VIOLENCE revisited held Kashmir on Tuesday as Indian forces gunned down a Hizbul Mujahideen fighter in Srinagar. This follows the killing of another Kashmiri fighter, Riaz Naikoo, earlier this month in Pulwama. Sadly for the Kashmiri people, this cycle of bloodshed and humiliation is nothing new; in fact, the people of the occupied region have been putting up with it for the past several decades. The gun battle in which Indian forces killed Junaid Ashraf Sehrai, a business graduate-turned-fighter, lasted nearly 12 hours as security forces surrounded a neighbourhood in Srinagar’s old town. Residents say the Indian soldiers set houses on fire and looted jewellery from several residences under the cover of the operation.
The fact is Kashmiris are sick and tired of Indian oppression and are increasingly fighting back in order to stop India’s brutality. India has disfigured the region’s autonomous status, hatched a plan to engineer demographic changes, and has used even more brutal tactics when Kashmiris have objected to its high-handedness. Instead of quelling the insurgency, New Delhi’s callousness has further angered educated young Kashmiris, like Sehrai, Naikoo as well as Burhan Wani whose killing by the Indians in 2016 had sparked a wave of protests. Yet the Indian establishment seems to cling to the erroneous belief that its use of violence will dampen the Kashmiri desire for rights and dignity. Moreover, Indian adventurism along the LoC has raised temperatures with Pakistan, as a number of innocent people on this side of the line have lost their lives in cross-LoC barrages. New Delhi is playing a dangerous game, crushing Kashmiris in the occupied territory, and stoking tensions with Pakistan at a time when the Covid-19 pandemic is rattling the world.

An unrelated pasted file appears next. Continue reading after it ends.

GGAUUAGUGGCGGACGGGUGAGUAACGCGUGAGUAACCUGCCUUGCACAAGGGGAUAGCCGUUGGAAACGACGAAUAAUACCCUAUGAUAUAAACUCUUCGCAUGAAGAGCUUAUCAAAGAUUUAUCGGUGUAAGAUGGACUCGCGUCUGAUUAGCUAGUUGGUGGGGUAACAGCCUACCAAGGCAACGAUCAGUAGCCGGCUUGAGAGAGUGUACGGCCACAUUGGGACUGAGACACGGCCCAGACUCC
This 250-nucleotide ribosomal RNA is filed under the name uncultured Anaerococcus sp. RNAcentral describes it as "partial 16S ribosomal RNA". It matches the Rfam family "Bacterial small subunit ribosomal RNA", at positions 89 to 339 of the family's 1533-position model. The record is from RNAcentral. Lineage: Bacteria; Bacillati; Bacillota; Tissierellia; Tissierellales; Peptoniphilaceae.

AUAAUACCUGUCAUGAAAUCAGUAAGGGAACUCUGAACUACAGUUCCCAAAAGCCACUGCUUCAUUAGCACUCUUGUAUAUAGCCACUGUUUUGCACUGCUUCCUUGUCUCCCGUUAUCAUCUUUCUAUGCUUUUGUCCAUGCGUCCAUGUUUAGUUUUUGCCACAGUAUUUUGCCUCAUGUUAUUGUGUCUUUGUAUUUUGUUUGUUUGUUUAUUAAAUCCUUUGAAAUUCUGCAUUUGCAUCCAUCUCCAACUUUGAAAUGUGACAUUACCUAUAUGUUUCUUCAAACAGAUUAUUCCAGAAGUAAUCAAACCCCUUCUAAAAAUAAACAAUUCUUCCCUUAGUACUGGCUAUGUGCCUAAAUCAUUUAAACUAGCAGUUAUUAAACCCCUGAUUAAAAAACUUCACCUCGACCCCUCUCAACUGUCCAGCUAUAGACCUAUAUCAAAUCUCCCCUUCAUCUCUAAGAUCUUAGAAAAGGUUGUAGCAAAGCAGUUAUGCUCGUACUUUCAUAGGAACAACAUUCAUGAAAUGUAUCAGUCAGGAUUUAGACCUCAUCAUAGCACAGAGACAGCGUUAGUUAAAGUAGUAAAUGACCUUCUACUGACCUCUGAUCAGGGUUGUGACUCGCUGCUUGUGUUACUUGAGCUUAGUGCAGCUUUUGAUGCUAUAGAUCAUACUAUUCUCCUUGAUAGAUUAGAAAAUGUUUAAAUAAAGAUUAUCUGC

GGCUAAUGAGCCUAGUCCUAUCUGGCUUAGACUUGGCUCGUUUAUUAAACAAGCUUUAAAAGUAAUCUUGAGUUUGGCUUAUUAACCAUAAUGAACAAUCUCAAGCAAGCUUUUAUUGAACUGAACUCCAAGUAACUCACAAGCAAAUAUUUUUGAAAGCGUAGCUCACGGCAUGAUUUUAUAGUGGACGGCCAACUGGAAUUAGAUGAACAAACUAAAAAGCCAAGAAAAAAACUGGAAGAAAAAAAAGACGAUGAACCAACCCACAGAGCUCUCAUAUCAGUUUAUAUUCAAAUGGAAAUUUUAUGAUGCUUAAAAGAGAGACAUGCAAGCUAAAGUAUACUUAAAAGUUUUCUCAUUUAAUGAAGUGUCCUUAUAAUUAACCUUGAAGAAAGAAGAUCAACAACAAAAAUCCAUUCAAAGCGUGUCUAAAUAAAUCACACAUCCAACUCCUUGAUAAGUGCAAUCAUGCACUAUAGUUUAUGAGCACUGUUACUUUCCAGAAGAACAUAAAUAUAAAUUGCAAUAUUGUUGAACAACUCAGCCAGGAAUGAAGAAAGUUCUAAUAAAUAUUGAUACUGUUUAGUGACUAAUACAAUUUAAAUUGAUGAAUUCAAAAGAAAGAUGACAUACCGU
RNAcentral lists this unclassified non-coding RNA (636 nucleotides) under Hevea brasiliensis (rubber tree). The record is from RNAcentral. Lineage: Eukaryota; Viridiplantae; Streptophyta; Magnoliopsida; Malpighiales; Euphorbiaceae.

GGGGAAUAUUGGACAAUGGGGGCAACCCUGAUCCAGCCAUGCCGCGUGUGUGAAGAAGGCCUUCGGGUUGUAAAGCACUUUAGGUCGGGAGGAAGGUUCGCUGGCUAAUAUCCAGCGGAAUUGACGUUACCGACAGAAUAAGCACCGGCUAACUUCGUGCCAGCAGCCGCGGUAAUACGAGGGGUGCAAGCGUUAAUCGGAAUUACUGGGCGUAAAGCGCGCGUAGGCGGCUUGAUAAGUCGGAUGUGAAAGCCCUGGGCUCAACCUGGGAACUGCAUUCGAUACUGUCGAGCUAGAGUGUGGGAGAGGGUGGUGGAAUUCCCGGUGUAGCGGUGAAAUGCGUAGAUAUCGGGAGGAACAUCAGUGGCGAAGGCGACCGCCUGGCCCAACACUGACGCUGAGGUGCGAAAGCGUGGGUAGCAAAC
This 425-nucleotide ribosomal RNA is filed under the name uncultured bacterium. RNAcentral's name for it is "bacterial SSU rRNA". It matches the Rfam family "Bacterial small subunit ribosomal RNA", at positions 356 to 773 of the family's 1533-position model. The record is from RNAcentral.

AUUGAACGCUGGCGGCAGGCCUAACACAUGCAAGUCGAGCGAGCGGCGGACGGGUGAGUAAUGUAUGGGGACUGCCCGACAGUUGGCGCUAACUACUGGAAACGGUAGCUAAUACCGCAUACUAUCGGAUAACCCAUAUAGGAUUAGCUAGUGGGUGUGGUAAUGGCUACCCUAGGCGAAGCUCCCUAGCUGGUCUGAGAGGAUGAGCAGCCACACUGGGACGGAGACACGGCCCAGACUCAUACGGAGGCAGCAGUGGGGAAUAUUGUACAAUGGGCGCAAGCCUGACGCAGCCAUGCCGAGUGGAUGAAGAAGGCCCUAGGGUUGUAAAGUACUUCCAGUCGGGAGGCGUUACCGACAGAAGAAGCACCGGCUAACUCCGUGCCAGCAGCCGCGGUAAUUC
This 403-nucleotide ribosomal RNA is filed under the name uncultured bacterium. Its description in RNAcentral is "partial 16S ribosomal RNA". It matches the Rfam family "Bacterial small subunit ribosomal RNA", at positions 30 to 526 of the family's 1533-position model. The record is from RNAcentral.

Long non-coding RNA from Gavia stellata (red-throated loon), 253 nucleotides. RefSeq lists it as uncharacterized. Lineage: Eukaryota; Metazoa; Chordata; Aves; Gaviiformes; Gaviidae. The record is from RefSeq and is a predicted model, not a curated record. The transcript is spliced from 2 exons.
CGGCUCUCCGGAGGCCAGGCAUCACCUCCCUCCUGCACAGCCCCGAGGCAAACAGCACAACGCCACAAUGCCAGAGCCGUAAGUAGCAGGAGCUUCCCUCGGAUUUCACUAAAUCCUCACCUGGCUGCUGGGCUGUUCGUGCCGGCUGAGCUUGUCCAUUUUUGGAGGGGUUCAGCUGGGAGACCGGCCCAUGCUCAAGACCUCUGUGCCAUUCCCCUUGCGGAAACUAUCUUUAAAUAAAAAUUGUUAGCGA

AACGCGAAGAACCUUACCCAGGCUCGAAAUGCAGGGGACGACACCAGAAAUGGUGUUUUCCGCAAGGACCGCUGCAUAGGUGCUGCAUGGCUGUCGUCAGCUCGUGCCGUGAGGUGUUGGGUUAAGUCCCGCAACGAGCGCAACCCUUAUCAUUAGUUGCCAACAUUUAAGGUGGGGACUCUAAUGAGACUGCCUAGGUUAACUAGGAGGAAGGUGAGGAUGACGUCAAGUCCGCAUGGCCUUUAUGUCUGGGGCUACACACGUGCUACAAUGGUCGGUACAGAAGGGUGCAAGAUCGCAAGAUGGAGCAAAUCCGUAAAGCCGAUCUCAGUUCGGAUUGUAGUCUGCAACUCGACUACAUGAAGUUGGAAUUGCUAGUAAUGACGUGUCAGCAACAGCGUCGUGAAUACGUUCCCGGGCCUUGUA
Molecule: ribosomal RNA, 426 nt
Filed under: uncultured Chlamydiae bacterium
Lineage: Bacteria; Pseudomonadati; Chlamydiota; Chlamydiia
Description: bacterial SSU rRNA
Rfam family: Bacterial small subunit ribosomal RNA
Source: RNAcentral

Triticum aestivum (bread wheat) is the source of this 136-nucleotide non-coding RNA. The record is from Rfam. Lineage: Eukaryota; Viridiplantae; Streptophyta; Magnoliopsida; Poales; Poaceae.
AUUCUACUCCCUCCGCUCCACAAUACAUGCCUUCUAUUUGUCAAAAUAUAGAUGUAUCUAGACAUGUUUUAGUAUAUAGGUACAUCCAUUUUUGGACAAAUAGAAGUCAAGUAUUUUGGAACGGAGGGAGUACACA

Some voices have been raised against India’s brutality in held Kashmir. For example, the OIC has expressed concern over India’s tinkering with Kashmir’s domicile law, which would pave the way for non-locals to apply for domicile in the disputed region. This is, of course, part of New Delhi’s overall strategy to alter the demographics of IHK, continuing the condemnable project it initiated last year by scrapping Kashmir’s special status in India’s constitution. Furthermore, the lockdown of the region since August 2019 has added to the miseries of the local people. For example, the communications blockade has hampered the fight against the coronavirus in IHK, as India has blocked high-speed internet. Doctors say this has had a major impact on keeping in touch with patients, while patients in quarantine have also been unable to communicate with family members. As the world combines forces to combat Covid-19, the international community must put pressure on India to lift this inhuman blockade so that patients can get the care they need without hindrance. Otherwise, it will appear that the human rights of Kashmiris matter little to the self-declared global champions of freedom.
Published in Dawn, May 21st, 2020